Tang Juice: Our favourite juice, it’s a way of life


Tang juice

Tang juice


Packed in small packets as powdered juice, they come in different flavours: orange, strawberry, mango, pineapple, and etcetera. They make good refreshing drinks. Orange, and pineapple flavours are popular with consumers.

They are served at barbecues, picnics, feasts or mumus, and at meal times.

Kids love it. It’s a student’s favourite lunch time drink, and buai (bettle nut) sellers and chewers preferred mouth rinse.

On good days playful children through gaps in their front teeth would spit projectiles of this juice and are scolded by their mothers, who would threaten to pour the remainder on their heads.

Occasionally when a mother or father or both, whilst hustling their way to a game of cards, would scream at their children to stop nagging them and buy something to have with the money they’ve given them. More often than not the juice is implied.

A mother who has been loosing money would persist on playing cards and opt to feed her child this juice as she barks orders to her elder daughter(s) to cook something quickly. But it becomes a heavenly seep when she has lost all and ends up with a throat that feels like a desert that misses the rain for a thousand years.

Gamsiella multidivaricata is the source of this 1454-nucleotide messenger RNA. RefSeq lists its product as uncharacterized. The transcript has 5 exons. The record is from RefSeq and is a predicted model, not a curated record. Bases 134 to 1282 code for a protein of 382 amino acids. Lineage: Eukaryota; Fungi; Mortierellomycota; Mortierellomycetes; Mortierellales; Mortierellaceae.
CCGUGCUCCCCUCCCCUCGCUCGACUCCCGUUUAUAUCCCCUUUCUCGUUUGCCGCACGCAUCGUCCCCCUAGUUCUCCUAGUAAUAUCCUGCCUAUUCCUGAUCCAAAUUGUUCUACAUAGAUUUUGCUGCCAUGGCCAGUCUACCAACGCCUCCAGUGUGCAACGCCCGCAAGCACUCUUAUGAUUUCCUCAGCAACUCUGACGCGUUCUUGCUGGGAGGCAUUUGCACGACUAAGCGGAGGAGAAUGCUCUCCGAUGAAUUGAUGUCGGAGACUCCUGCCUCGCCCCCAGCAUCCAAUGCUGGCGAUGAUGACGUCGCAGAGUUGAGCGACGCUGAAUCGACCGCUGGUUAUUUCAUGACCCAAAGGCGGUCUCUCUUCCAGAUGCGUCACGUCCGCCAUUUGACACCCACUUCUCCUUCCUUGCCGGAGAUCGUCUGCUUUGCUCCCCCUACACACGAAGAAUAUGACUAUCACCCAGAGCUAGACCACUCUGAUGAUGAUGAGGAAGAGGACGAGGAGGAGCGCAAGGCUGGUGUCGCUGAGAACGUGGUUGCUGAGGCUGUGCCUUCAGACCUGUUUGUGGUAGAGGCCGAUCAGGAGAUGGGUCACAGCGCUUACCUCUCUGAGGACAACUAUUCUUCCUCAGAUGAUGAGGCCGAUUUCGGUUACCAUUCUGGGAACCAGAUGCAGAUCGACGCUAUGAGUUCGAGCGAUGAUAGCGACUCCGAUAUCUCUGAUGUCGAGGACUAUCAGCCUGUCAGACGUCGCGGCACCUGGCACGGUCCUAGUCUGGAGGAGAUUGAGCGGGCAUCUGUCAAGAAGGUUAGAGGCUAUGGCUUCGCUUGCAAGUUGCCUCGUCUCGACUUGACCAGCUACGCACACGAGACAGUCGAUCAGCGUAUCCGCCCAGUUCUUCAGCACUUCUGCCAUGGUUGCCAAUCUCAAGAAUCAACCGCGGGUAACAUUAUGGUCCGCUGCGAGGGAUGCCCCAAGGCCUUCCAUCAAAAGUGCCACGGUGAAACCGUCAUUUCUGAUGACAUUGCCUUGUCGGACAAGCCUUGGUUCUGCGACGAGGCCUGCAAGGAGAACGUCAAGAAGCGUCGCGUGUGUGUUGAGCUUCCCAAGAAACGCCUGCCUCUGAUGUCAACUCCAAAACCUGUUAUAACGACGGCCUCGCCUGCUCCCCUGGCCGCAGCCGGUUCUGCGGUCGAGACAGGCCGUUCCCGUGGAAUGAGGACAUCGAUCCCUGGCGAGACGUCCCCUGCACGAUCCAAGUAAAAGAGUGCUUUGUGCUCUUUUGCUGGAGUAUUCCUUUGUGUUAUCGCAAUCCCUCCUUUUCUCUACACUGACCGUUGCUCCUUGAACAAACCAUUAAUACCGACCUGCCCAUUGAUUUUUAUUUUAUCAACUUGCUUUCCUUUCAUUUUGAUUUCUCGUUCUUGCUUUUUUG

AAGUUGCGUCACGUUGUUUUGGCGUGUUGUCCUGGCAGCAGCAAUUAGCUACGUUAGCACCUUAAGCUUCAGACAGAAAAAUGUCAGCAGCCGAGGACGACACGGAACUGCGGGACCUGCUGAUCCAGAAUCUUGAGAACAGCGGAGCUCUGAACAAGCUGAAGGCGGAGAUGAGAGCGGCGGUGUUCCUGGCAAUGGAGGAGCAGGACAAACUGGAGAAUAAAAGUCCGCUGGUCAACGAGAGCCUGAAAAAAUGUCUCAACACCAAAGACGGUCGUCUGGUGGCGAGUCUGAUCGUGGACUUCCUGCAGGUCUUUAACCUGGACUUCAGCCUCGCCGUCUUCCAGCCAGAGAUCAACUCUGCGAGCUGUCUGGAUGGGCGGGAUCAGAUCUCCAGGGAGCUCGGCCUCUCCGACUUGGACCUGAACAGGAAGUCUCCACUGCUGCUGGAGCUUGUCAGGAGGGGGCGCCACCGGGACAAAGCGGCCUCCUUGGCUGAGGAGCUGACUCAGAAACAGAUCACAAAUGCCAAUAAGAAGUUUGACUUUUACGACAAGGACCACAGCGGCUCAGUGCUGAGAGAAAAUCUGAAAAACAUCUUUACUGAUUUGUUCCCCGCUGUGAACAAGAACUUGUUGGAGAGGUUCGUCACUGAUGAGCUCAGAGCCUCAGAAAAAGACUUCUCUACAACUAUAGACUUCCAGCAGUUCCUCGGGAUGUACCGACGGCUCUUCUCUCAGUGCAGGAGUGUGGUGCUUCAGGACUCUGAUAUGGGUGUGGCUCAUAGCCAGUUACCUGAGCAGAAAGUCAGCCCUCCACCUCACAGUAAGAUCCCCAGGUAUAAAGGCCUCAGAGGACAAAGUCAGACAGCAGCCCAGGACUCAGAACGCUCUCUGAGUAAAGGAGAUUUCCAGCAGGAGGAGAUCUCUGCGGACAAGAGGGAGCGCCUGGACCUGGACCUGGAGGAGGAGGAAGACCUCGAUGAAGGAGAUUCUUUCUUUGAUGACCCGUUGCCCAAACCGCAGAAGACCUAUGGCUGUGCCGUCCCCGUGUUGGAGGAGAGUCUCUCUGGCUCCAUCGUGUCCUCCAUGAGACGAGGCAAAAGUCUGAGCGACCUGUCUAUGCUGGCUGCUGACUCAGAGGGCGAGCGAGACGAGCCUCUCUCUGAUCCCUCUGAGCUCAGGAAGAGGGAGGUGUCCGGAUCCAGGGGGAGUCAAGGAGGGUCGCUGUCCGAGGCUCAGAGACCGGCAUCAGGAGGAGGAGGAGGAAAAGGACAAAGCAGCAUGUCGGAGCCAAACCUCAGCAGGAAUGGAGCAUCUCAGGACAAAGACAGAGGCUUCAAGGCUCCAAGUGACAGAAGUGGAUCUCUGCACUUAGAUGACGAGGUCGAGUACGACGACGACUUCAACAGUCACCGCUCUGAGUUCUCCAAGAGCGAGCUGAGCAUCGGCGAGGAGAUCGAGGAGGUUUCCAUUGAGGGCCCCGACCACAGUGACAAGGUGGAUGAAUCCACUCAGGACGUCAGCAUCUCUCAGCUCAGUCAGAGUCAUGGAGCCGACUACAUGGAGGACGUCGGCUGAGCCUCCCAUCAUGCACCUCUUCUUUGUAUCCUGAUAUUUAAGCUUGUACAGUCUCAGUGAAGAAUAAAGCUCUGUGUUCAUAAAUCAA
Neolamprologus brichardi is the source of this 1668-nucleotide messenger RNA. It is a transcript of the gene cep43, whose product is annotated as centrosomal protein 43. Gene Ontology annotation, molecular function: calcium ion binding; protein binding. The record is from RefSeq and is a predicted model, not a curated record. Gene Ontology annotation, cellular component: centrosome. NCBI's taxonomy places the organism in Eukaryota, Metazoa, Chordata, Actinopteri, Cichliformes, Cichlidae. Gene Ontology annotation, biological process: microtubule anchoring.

Steam Bodies – slang for people who consume Steam (alcohol produced from illegal backyard brewing) – use it to dilute their brew. This group’s noise making skills, albeit without the aid of musical instruments, is unrivalled.

Often a drunk would use the juice as a matter of convenience, to sprinkle over the heads. This act of baptism, in an attempt to ease the tight embrace of the brew with its chill, often works well. A sweet and sticky residue however, which attracts honey bees to their faces, remains after all had dried up.

Picture a Steam Body in his/her drunken stupor, fights off honey bees. It is funny as it is serious. And if beaten, disregards the pain and continues to drink this precious fluid with a swollen face.

Owners of roadside markets make money from thirsty pedestrians, many of whom would have been loitering in and around shopping centers or government offices and are on their way home in the afternoons with their last kina in pockets.